Expert Health Advice
Dr Ross Perry, GP and Medical Director/Founder of Cosmedics Skin Clinics
A lot of us have been making the most of the change in weather and enjoying the sun. Pick Me Up’s feature looks at how to protect the skin from the damaging effects of the sun with skin cancer expert, Dr Ross Perry.
The article explains exactly what we need to do to protect ourselves and our families in the sunshine.
Dr Ross Perry was asked to advise on 5 key questions:
What should I look for in sunscreen?
“You should be aiming for a SPF of at least 30 to protect yourself against harmful rays.
“There will be a star indication for UVA which indicates it meets the EU standard and you need to be aiming for at least 4 stars when choosing a particular sunscreen.
“Most sunscreens last so if you’re using old sunscreen make sure it’s within date, with most having a shelf life of three years.
“Aim to buy what’s called a broad-spectrum SPF which basically means it protects the skin from both UVA and UVB rays.
“Even with a high SPF, if a sunscreen isn’t broad spectrum, you won’t be protected from all UVA rays.
“The UVA rays make up more than 90% of all UV radiation and penetrate clouds and glass, year-round, so my advice is to wear SPF daily even during the winter months.”
How can I protect my moles?
“The best advice is to stay out of the sun altogether which sometimes isn’t realistic so it’s important to keep protected.
“Wear a minimum of SPF 30 and make sure it’s broad spectrum. Wear loose clothing, a wide brimmed hat and protective eyewear. Stay in the shade and avoid the hottest time of the day. Reapply sunscreen every 2-3 hours and more frequently if you’re swimming or playing sports. Wearing a UV/rash vest can also help.
“It’s important to get a new or existing mole checked out if it changes shape or looks uneven, changes colour, gets darker, or has more than two colours, starts itching, crusting, flaking or bleeding, gets larger or more raised from the skin.”
How should I apply my SPF
“SPF only works as well as you apply it and if you do this regularly, especially if you’re in and out of the water or playing sport.
“I advise always a minimum of factor 30 or higher,especially for children. You should apply SPF at least 20 minutes before heading outside, remember the tricky areas such as soles of the feet, hairline, neck and in between the toes. When applying to your face, dot SPF directly onto your skin instead of squeezing a giant blob onto your hands and applying it. This helps it absorb more quickly and evenly.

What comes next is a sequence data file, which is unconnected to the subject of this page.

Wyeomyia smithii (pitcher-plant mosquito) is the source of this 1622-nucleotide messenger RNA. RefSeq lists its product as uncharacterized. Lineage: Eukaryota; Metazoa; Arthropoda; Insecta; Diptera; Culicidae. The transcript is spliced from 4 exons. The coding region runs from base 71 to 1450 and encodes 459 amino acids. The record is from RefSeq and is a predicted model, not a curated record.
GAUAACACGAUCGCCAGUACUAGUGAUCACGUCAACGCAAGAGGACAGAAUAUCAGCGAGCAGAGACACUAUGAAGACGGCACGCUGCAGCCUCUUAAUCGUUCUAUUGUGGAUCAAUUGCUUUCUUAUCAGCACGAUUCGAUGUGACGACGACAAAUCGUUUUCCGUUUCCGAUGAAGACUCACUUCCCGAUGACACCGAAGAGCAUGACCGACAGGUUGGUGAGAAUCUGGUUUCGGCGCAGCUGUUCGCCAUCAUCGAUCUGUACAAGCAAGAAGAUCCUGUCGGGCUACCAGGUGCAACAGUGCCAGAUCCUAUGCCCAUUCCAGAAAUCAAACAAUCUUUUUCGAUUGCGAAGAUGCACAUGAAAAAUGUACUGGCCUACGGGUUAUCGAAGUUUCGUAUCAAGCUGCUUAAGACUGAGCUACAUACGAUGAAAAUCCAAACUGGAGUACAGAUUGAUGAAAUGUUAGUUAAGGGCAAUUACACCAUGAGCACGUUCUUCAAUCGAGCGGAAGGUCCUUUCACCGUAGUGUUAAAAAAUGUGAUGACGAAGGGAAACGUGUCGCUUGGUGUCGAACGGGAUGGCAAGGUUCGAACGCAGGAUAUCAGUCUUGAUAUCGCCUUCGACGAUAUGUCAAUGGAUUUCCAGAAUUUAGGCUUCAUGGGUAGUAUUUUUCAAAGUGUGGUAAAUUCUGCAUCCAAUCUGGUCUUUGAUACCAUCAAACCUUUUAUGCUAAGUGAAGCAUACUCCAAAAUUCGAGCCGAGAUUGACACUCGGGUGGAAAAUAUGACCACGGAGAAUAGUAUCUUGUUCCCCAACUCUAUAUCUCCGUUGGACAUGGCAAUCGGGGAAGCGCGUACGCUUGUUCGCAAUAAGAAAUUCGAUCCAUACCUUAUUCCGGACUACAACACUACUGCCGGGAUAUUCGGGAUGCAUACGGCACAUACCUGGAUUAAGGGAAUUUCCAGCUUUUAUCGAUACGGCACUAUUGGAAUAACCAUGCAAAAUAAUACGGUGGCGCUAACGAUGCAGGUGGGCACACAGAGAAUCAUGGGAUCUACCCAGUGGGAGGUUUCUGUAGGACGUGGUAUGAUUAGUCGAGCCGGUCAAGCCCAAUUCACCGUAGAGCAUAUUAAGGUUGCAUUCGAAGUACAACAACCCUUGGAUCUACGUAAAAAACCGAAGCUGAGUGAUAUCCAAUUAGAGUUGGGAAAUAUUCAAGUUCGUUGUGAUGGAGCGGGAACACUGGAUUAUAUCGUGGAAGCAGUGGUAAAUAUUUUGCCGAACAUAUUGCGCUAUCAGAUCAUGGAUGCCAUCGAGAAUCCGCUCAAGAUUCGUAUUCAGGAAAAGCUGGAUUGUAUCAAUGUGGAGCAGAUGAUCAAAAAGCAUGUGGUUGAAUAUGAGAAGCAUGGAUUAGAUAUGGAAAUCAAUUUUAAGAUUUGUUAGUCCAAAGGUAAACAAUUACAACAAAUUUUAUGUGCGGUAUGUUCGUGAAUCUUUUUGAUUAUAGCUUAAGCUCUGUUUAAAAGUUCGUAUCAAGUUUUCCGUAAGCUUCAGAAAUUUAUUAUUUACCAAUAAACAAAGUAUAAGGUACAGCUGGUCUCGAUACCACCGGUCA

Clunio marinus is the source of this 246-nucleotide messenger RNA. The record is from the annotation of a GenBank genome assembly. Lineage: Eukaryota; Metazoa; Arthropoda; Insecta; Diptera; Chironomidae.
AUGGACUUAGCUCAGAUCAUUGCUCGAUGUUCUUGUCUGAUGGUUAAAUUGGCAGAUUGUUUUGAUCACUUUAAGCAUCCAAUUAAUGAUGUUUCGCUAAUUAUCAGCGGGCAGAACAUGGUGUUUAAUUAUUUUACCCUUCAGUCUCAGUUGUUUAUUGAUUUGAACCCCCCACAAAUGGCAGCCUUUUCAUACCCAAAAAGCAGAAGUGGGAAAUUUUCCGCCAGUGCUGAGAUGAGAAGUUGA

“Coat your body and wait at least 10 mins before putting any clothes on as it needs time to be able to do its job.”
How should I deal with sunburn?
“Stay out of the sun completely and get in the shade. You can cool the skin with a cool shower or damp towel, but don’t let babies or children get too cold. Keep hydrated by drinking plenty of water. Apply after sun with added moisturiser, aloe vera or moisturiser with vitamins C & E. If you’re in pain, you can take paracetamol or ibuprofen and should wear loose, cotton clothing to avoid irritation.”
Does sunscreen prevent skin cancer?
“Wearing high factor SPF will help reduce skin cancer and delay the onset but it can’t prevent it altogether. It depends on your skin’s exposure to the sun long term. Just one sunburn can contribute towards getting skin cancer later on in life. Also, you may wear a high SPF but might not apply often enough or perhaps not distribute it evenly meaning you can still be at risk of burning and developing skin cancer. You are at higher risk if you have lots of moles, have fair skin, red or blonde hair.
“The most important thing to remember is no tan is a safe tan. It’s best to seek the shade, wear SPF and stay out the sun when it’s at its peak”
Pick Me Up
This article was published Issue 17, 23rd April. For more from Pick Me Up, please visit https://www.facebook.com/PickMeUpMag/
Dr Ross Perry
Dr Ross Perry is Founder and Medical Director of Cosmedics Skin Clinics.
He qualified at Guy’s & St Thomas’ Hospital Medical School in 1994. His career includes NHS skin cancer reconstruction, work as a GP, as well as private cosmetic skin treatments.
He established Cosmedics Skin Clinics in 2003 and remains in charge as Medical Director. He is best known for dealing with unwanted skin lesions and blemishes (e.g. moles, cysts, warts skin tags) and natural-looking use of non-surgical cosmetic injections (BOTOX® Anti-Wrinkle Injections and Facial Fillers) as well as sun damage.
He regularly advises the press on health matters and has special expertise on matters relating to the skin.
Cosmedics Skin Clinics
Cosmedics Skin Clinics was established in 2003 and has built up an excellent reputation for cosmetic and medical skin treatments, carried out by GMC Registered Doctors. The company offer a full range of cosmetic treatments, including popular lip enhancement and wrinkle relaxing injections, dermal fillers; plus medical treatments including mole removal, thread vein treatment and excessive sweating injections.
Cosmedics Skin Clinics was has a team of skin treatment doctors and surgeons in their 5 skin clinics across London and Bristol led by Dr Ross Perry.
Call 020 7386 0464 or email firstname.lastname@example.org to book an appointment.